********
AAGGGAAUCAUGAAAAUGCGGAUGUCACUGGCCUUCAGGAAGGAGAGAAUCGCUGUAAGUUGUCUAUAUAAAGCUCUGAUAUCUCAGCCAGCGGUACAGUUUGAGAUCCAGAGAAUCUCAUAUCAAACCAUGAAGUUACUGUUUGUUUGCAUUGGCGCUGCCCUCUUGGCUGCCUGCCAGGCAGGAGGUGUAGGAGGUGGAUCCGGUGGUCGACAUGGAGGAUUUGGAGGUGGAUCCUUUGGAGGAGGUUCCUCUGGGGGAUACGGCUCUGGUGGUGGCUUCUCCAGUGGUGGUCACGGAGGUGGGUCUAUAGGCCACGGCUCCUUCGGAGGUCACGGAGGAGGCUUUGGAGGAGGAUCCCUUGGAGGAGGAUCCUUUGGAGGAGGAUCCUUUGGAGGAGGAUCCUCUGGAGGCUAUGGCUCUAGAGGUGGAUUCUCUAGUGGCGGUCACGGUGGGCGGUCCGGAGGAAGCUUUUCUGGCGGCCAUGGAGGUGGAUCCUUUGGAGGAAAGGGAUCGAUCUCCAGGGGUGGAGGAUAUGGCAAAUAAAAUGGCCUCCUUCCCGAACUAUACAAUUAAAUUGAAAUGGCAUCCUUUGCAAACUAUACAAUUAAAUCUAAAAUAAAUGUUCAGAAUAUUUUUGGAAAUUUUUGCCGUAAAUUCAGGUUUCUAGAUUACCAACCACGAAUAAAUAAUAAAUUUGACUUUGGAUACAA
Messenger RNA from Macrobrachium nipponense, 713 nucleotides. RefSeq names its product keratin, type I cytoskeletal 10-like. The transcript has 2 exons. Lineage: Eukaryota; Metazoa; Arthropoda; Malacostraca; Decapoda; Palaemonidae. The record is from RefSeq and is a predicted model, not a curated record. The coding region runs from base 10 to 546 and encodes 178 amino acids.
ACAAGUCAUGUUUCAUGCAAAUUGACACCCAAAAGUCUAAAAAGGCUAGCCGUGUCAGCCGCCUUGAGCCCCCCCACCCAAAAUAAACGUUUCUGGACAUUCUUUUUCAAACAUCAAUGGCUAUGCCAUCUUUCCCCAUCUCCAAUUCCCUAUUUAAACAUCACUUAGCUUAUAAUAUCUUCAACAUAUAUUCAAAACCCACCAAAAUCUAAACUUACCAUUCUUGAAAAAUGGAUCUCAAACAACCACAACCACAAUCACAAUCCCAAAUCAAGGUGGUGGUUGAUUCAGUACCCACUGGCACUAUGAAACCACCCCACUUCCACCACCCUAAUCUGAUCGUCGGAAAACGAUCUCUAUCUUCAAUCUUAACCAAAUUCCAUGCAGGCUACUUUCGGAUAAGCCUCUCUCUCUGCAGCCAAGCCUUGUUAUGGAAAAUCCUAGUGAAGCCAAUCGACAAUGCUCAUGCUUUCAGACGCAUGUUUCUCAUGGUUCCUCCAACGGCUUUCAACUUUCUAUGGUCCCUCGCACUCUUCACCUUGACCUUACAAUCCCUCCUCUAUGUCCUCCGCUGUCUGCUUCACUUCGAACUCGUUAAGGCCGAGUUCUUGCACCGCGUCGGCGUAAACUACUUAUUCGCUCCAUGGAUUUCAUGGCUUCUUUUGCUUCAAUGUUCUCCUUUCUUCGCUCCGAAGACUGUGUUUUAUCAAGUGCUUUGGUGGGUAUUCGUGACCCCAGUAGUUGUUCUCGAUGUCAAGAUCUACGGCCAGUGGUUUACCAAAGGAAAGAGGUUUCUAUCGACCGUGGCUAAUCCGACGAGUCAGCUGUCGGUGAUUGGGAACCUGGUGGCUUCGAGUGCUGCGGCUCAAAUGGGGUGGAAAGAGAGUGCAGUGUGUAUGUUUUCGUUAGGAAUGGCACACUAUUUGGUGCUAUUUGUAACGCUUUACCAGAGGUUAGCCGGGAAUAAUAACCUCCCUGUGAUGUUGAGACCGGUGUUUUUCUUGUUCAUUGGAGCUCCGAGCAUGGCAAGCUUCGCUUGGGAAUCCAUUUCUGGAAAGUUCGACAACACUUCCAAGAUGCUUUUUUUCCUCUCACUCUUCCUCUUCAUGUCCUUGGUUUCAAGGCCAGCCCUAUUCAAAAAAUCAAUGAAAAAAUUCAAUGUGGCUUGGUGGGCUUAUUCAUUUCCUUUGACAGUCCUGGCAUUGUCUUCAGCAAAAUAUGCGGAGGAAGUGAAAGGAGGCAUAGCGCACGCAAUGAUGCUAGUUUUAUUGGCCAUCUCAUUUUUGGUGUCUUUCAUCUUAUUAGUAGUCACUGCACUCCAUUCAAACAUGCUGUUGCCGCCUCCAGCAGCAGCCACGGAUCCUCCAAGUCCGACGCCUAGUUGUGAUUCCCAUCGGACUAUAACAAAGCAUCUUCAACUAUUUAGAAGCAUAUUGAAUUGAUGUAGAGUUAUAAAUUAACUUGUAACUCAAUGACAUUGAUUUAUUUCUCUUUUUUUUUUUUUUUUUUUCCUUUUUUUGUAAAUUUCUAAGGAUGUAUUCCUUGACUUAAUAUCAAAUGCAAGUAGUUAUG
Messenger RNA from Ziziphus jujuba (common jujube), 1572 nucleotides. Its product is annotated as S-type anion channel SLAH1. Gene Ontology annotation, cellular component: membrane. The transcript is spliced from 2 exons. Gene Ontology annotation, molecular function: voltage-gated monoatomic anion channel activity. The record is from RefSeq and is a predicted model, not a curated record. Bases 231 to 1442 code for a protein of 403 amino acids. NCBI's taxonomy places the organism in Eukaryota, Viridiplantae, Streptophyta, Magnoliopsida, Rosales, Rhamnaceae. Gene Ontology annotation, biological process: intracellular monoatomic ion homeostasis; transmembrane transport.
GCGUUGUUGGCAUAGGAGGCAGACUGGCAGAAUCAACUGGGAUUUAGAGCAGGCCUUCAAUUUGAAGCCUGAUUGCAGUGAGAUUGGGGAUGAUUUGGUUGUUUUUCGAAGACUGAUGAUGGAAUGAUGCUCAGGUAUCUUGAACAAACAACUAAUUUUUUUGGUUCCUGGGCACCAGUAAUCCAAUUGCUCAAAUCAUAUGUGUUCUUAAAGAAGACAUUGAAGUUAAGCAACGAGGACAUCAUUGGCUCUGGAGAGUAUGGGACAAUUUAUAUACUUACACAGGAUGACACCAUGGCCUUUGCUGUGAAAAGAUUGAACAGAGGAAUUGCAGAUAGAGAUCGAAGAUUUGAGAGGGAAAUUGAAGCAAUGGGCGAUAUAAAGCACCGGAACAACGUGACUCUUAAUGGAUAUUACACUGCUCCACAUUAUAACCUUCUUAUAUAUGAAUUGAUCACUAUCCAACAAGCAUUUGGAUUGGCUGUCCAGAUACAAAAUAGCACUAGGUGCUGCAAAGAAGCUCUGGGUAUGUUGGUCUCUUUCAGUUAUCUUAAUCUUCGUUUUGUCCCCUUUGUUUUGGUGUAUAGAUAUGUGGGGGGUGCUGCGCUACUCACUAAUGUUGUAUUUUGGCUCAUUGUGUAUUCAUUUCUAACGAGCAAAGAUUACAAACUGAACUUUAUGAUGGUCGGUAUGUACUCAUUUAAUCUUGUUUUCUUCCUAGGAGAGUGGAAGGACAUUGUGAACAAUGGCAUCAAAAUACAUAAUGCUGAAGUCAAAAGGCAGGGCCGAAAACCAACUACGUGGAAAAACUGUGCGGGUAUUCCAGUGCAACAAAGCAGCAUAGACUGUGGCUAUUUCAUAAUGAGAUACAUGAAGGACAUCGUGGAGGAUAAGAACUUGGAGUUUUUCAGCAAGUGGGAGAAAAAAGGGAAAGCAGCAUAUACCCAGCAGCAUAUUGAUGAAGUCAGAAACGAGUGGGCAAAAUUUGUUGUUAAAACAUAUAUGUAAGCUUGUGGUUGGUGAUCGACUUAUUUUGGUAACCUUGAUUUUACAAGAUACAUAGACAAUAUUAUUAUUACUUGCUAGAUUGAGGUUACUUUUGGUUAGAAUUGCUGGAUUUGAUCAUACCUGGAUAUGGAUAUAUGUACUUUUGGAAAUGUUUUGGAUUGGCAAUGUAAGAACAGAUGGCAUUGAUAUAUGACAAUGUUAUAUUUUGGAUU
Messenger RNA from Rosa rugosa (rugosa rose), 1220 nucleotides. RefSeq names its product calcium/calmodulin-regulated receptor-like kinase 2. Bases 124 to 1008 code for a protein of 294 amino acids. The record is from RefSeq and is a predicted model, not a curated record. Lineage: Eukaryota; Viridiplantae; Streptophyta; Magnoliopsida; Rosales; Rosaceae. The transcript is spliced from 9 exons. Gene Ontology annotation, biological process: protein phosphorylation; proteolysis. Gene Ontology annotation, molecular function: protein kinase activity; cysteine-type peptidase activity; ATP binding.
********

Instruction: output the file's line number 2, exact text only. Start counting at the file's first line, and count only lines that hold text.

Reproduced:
Messenger RNA from Macrobrachium nipponense, 713 nucleotides. RefSeq names its product keratin, type I cytoskeletal 10-like. The transcript has 2 exons. Lineage: Eukaryota; Metazoa; Arthropoda; Malacostraca; Decapoda; Palaemonidae. The record is from RefSeq and is a predicted model, not a curated record. The coding region runs from base 10 to 546 and encodes 178 amino acids.